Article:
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Bard Bardex Lubricath Temperature-Sensing Foley Catheter

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Bard Bardex Lubricath Temperature-Sensing Foley Catheter comes with a built-in temperature-sensing thermister that is used to accurately measure core body temperature in the bladder. It allows for convenient and continuous core body temperature monitoring to help maintain normothermia. It also maintains a closed system and eliminates invasive probes to maximize patient safety.

Lubricath Temp-Sensing Foley Catheter Features:

  • Sterile Bard Foley catheter with a temperature probe
  • Comes with pre-attached 6-foot extension cable
  • Hydrophilic polymer coating
  • Contains natural latex
  • Unisex

How to Inflate and Deflate Foley Catheters?

Catheter Inflation:
  • Ensure that the Bardex Lubricath temperature-sensing Foley catheter balloon is positioned well within the patient bladder. Slowly, with a gentle, constant force, inflate the balloon with the volume prescribed on the package.
  • Note that the 5cc balloon must be inflated with 10cc of sterile water.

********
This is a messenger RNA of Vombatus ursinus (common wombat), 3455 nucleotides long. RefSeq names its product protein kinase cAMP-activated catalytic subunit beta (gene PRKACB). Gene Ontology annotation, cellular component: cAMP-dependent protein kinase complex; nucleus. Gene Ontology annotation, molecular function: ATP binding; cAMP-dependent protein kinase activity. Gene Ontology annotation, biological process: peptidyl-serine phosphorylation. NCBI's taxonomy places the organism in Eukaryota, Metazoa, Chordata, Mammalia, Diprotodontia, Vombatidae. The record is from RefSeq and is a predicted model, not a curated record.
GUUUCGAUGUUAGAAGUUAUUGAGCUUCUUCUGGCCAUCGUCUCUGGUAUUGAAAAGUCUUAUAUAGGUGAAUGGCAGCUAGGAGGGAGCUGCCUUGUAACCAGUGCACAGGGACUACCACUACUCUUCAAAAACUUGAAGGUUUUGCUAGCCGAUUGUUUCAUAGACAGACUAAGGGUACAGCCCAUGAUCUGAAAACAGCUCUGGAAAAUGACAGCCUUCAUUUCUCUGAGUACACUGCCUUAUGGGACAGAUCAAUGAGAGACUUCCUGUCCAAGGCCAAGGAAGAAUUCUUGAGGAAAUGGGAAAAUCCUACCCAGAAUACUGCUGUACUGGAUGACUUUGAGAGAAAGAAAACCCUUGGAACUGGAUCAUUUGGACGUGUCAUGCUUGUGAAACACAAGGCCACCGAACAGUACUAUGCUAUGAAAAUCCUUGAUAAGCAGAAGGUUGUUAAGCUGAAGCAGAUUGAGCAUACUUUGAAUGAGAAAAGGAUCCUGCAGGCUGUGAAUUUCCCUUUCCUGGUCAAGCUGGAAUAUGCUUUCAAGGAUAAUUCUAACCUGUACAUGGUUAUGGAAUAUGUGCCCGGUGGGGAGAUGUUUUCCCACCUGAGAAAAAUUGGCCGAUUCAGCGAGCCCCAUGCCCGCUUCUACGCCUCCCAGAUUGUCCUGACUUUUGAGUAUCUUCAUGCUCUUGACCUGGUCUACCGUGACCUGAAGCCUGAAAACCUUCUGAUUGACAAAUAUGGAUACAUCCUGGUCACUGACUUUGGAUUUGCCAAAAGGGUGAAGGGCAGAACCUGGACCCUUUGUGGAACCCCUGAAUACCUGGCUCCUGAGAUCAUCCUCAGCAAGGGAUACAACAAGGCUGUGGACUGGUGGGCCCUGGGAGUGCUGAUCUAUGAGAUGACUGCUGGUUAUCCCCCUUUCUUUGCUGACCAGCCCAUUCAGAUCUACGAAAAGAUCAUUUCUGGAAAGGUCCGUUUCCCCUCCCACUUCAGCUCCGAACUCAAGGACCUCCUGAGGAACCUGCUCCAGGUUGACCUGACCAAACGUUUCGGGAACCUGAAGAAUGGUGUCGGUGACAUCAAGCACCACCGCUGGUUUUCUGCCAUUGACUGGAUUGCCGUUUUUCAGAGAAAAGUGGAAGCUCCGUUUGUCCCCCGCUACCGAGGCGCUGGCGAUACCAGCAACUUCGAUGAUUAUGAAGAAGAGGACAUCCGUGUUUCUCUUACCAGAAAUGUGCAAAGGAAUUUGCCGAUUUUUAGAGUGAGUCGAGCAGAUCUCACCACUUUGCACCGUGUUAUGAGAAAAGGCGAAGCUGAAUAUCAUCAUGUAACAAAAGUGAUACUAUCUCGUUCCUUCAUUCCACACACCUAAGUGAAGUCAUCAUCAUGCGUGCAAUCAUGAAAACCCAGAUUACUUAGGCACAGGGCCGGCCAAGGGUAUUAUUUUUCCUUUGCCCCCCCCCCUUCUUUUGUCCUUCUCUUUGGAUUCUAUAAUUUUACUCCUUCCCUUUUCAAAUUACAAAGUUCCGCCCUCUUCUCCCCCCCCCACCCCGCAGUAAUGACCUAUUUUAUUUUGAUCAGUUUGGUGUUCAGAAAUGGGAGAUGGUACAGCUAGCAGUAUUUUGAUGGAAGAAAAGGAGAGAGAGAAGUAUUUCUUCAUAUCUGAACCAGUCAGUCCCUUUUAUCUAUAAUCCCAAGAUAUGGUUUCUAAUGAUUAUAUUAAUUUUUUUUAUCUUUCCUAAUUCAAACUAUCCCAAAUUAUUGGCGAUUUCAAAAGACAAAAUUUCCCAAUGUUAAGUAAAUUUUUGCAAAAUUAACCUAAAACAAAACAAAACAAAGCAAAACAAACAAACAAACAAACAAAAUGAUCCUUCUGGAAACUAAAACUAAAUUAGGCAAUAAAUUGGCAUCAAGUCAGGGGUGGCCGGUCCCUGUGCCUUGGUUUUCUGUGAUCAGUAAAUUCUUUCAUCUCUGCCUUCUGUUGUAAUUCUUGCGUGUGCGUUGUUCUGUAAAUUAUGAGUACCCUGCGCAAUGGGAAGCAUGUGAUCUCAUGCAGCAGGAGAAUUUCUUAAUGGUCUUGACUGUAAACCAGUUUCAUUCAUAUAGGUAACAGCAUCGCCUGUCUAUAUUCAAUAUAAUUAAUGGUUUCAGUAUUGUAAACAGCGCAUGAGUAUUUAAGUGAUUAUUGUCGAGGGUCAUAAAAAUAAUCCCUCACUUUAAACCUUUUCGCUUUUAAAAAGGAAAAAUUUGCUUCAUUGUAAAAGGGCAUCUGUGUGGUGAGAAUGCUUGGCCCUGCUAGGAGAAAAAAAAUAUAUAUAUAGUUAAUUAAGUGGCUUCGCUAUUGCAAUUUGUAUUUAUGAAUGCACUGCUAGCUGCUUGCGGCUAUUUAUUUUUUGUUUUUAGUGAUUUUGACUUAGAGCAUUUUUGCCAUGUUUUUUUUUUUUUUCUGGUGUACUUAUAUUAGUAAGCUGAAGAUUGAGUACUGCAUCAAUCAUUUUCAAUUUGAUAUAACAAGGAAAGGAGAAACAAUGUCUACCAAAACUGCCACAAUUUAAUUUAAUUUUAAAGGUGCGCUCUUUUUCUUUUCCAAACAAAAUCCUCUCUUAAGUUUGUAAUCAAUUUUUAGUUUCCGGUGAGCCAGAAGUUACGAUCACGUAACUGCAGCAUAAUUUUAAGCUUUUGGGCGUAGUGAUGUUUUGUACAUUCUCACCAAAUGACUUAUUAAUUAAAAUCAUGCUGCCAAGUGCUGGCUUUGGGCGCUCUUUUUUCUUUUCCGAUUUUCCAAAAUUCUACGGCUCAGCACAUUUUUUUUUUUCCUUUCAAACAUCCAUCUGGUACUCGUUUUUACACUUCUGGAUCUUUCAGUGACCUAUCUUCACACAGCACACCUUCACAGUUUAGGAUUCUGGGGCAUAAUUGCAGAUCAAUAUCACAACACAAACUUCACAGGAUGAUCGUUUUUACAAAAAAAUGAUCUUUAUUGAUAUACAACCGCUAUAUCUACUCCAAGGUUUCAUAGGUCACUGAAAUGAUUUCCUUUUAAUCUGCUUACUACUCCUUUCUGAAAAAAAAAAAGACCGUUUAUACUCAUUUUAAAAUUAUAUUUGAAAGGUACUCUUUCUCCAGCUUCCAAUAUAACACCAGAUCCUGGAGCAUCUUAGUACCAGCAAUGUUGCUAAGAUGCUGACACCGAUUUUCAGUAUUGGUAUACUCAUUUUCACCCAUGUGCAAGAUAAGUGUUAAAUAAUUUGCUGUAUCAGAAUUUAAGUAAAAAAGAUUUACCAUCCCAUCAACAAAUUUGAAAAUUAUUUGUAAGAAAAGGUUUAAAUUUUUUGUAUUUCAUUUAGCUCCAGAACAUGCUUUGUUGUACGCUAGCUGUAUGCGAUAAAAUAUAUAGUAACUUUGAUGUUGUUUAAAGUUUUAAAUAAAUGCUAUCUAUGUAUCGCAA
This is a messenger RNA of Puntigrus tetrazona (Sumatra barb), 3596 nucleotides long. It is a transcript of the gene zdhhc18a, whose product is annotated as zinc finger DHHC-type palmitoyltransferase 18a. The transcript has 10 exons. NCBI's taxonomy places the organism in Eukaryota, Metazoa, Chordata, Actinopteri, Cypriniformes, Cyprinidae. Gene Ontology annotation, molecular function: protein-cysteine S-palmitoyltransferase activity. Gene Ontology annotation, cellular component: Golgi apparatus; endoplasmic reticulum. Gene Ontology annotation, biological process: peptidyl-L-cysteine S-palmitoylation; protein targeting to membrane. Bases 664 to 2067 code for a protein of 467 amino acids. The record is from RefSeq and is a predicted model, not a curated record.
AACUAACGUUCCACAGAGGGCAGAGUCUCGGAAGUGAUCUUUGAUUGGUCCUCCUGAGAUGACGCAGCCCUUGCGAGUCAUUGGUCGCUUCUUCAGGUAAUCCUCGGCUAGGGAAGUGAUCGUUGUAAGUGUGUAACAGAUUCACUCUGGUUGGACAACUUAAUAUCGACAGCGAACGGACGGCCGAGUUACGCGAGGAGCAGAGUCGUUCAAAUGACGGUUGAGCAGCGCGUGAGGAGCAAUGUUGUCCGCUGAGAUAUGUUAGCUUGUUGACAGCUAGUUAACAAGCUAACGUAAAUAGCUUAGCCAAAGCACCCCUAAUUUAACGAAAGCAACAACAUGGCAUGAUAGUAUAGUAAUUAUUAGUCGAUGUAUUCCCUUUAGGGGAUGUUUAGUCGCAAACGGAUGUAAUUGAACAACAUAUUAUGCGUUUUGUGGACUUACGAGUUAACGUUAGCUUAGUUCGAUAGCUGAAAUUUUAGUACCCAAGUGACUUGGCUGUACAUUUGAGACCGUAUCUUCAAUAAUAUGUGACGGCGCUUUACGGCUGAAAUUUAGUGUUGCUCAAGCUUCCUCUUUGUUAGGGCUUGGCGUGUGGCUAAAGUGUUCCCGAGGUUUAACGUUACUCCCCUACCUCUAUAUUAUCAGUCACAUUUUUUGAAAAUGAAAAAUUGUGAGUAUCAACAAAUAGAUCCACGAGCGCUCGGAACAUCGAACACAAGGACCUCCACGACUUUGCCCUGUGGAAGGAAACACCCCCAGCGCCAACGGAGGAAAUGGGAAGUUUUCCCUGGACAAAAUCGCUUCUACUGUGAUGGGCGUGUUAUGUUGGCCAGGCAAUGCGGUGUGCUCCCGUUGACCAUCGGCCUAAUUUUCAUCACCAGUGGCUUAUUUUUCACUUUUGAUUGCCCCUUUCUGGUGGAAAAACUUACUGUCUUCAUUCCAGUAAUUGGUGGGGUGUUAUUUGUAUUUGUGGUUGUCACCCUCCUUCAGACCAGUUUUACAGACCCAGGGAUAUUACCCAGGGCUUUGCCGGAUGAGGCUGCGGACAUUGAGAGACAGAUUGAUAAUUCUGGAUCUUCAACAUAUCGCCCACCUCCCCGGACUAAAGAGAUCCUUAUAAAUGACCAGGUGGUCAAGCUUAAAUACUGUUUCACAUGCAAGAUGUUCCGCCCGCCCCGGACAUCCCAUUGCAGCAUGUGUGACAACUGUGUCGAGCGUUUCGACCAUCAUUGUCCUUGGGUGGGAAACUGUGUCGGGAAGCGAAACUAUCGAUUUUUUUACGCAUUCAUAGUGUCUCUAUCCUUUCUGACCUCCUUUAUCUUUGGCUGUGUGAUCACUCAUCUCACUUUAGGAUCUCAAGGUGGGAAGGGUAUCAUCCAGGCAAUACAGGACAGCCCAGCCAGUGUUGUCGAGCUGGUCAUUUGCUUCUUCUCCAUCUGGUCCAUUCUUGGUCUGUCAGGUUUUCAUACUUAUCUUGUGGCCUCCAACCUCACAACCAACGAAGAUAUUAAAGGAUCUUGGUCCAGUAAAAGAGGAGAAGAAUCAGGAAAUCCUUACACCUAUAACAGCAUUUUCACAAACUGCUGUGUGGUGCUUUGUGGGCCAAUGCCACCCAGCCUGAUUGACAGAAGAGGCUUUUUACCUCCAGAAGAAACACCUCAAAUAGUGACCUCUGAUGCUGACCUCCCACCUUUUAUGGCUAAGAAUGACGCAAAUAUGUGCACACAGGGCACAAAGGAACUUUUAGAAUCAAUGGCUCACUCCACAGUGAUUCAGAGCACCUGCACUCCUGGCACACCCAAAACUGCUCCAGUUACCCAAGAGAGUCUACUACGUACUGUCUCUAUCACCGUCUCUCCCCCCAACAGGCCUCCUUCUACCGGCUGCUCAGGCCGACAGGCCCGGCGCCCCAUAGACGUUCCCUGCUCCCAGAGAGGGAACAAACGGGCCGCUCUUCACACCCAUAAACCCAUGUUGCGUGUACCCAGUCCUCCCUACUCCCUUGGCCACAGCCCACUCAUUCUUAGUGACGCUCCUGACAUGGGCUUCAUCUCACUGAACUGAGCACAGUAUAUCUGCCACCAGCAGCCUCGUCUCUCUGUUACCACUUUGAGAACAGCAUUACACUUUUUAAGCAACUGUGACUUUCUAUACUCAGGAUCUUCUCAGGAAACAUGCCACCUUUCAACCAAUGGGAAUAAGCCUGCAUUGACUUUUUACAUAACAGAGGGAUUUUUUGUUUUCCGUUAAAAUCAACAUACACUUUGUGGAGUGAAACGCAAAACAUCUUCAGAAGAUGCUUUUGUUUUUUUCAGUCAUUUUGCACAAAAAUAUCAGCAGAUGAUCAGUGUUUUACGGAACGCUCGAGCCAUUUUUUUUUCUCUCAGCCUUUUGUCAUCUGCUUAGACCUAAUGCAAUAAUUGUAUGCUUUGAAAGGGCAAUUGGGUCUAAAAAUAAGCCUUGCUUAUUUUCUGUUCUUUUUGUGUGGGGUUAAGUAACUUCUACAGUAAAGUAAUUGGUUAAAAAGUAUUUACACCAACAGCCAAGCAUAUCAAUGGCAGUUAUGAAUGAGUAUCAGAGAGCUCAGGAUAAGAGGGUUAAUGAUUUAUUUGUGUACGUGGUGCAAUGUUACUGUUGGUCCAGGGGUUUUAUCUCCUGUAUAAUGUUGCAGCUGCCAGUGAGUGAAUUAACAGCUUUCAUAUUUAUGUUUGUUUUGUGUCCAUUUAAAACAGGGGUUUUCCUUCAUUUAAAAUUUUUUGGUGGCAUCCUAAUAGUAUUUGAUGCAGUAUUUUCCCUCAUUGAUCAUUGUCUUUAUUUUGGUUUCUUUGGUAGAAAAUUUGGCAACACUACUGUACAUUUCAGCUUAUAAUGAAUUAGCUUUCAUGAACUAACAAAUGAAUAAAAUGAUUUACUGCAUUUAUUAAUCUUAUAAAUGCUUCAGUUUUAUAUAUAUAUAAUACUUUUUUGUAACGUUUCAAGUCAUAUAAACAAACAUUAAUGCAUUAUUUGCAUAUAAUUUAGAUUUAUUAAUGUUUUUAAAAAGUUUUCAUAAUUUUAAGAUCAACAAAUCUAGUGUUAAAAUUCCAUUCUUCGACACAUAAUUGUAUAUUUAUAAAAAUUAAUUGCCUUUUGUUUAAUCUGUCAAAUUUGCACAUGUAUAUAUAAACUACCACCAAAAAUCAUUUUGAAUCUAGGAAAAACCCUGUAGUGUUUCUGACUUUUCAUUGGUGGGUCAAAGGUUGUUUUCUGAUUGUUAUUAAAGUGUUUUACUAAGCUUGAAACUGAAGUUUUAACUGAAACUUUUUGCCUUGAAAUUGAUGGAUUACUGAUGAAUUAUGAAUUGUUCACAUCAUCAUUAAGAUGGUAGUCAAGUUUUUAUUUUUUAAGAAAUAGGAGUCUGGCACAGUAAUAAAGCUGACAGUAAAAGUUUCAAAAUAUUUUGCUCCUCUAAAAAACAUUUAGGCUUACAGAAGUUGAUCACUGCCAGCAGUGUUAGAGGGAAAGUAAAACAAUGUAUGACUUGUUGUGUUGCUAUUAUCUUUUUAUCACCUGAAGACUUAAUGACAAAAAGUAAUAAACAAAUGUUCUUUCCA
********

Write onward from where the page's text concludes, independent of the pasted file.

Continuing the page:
• Improperly inflated Bard Foley catheter balloons may cause drainage and deflation difficulties
  • Using fluid other than sterile water may cause the balloon not to empty properly, especially after long dwell times.

Catheter Deflation:
  • Select a luer slip syringe.
  • Slide the plunger of the syringe up and down the barrel of the syringe several times to loosen it up.
  • Compress the plunger all the way and then pull back the plunger slightly so that it does not adhere to the front of the syringe barrel.
  • Gently insert the syringe into the Bardex Lubricath temp-sensing Foley catheter valve.
  • Do not use more force than is required to make the syringe stick in the valve.
  • Allow the pressure within the balloon to force the plunger back and fill the syringe with water.
  • If you notice slow or no deflation, re-seat the syringe gently. Once again, allow the balloon to deflate slowly on its own.
  • If the balloon does not deflate, reposition the patient.
  • Ensure that the catheter is not in traction, the proximal end of the catheter is not compressed within the bladder neck.
  • Ensure that urine flows freely.
  • Attempt to deflate the balloon by using the pressure in the balloon to force water into the syringe as described above.
  • If the balloon still fails to deflate, apply very gentle slow aspiration. The aspiration that is too rapid, or too forceful, may cause the inflation lumen within the Foley catheter to collapse.
  • If permitted by hospital protocol, the valve arm may be severed.
  • If this fails, contact an adequately trained professional for assistance, as directed by hospital protocol.

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